Environment Canada predicts warmer than usual fall, could skip altogether

Dramatic weather transition

According to Environment Canada, this may be the fall that doesn't happen — or at least, not the kind of autumn we’re used to.

Current forecasts show summer going late and the possibility of winter arriving early, with harsher conditions than usual. 

"Fall is a transition season," says Environment Canada meteorologist Carmen Hartt. "We go from the heat of summer to the cold of winter but with what’s in the forecast, the most likely scenario is that we will see a bit more of a dramatic transition than usual from summer to winter."

Hartt says although this week is forecasted about five to seven degrees above average throughout the Okanagan, we’re still not close enough to break a temperature record. 

"It’s going to be close to the records, but it’s not like a big record-breaking event, so basically we have a ridge of high pressure bringing pretty sunny and warm weather ... there’s definitely potential, we’re flirting with records but we’re not actually forecasting record breaking temperatures right now. Part of that reason is our records go back to 1899, so it’s really hard to break a record."

In Kelowna, the record for Sept. 28 was set in 1967 at 26.1 degrees. Today, temperatures are expected to reach 21 or 22 degrees.

Tuesday's record is 26.7 degrees, set in 1963, and Wednesday's record is 25.7 degrees, which was set in 2006.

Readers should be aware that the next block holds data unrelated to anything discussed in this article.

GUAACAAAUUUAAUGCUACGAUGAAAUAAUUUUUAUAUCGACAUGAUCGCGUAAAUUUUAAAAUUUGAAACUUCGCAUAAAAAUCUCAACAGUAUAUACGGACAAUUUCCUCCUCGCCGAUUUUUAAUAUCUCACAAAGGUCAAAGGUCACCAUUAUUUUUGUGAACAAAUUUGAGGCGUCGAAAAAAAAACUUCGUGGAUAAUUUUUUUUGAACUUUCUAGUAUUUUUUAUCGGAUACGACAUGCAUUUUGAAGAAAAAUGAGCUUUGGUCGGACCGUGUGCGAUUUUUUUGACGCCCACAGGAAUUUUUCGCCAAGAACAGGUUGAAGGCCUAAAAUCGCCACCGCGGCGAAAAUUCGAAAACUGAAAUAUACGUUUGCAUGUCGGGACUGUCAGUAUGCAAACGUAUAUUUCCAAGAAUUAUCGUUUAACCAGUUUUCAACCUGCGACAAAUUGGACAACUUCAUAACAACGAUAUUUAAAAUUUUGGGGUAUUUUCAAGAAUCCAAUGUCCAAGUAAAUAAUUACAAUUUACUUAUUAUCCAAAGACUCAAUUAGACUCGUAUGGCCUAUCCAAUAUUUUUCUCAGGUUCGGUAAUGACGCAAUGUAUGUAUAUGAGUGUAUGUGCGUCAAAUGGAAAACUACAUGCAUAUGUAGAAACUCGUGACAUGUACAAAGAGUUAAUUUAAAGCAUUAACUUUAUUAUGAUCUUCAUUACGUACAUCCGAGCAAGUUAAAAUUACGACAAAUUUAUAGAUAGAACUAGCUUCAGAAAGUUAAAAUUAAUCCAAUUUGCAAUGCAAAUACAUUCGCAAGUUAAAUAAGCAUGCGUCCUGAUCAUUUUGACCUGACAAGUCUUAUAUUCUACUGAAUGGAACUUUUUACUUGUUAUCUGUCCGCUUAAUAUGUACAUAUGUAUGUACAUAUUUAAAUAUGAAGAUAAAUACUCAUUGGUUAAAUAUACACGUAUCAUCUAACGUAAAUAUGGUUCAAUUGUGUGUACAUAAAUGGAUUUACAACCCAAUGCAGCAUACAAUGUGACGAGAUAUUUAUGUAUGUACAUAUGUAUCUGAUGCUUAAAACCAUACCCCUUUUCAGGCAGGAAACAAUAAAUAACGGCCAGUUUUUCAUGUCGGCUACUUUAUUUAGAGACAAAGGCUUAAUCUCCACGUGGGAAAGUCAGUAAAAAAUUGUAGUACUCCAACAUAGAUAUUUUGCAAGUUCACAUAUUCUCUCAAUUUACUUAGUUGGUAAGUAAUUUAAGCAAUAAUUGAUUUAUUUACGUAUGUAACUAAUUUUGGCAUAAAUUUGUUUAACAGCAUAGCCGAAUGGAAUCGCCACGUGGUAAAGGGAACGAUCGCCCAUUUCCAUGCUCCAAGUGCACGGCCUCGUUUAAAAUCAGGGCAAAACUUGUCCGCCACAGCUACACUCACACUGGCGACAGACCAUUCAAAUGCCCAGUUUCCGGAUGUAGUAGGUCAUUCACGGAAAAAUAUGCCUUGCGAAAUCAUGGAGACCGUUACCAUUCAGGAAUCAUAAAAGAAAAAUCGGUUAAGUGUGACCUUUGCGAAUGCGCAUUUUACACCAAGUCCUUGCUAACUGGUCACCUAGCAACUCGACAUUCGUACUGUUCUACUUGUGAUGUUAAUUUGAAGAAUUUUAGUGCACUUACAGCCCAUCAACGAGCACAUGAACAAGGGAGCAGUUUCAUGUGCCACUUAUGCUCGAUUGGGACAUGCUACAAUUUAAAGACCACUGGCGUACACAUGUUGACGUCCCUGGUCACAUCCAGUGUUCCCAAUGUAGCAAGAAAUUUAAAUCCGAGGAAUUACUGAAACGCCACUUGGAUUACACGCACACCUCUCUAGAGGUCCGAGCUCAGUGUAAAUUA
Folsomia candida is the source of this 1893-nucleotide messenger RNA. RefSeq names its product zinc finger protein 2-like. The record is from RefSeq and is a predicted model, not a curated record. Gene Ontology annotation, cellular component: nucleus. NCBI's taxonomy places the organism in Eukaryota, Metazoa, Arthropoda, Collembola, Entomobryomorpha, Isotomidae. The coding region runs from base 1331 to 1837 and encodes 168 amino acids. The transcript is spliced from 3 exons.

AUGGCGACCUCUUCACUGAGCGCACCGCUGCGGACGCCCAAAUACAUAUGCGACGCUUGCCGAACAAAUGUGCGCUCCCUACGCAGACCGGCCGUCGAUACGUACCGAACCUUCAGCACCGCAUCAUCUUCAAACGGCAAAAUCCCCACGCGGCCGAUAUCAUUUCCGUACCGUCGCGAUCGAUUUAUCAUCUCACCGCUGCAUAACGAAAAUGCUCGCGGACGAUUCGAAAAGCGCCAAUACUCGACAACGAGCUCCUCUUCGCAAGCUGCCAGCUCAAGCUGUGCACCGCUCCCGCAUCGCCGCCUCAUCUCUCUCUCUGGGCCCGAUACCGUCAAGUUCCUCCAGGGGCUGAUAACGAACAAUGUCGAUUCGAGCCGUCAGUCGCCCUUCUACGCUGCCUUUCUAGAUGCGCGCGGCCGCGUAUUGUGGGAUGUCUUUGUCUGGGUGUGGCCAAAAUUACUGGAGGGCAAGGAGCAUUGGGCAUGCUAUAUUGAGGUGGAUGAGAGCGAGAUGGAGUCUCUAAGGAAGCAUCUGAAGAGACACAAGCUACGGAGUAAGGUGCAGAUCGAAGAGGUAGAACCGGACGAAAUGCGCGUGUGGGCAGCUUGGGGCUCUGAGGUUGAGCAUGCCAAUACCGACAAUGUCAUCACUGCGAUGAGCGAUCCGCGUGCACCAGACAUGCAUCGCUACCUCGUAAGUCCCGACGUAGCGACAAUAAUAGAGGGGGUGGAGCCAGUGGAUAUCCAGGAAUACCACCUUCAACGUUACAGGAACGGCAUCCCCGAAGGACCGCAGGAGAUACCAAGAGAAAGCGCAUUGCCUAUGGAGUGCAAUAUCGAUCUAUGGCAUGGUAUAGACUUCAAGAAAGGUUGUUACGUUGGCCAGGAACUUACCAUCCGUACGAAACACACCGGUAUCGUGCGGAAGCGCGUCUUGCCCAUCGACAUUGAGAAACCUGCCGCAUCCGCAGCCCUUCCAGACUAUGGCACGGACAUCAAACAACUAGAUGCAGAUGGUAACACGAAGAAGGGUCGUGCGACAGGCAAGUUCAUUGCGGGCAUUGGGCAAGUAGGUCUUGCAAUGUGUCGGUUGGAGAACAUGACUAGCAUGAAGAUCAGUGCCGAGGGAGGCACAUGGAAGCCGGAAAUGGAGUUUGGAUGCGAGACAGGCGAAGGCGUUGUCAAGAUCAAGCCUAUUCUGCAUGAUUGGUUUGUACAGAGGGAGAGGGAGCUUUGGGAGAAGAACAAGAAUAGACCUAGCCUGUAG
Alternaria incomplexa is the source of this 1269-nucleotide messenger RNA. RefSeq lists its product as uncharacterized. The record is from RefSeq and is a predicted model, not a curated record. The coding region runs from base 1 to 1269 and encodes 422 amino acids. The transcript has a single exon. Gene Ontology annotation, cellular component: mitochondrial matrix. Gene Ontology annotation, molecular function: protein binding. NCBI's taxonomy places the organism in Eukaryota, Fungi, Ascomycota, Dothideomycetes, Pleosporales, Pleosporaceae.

Penticton's temperature highs this week are forecasted between 21 and 23 degrees, with historical temperature records sitting between 26 and 29 degrees. 

Despite colder temperatures setting in at night, she says we're also nowhere near close for overnight temperature record lows. In Kelowna, overnight record temperature lows for the last week of September are close to minus four degrees.

As for the next month, Hartt says we should expect above average temperatures that last for a while. 

"It’s definitely showing a trend of normal to above normal and no chance of below normal temperatures, so it does look like the warm trend will continue. It doesn’t mean we won’t have, like last week we had four or five cool rainy days - it just means the overall will be more warm days than cool days, and it does look like it will go into the next month."

Earlier this month, the U.S. National Oceanic and Atmospheric Administration's Climate Prediction Center issued a La Niña advisory for the upcoming winter. 

For weather information in your area, visit the Environment Canada website.

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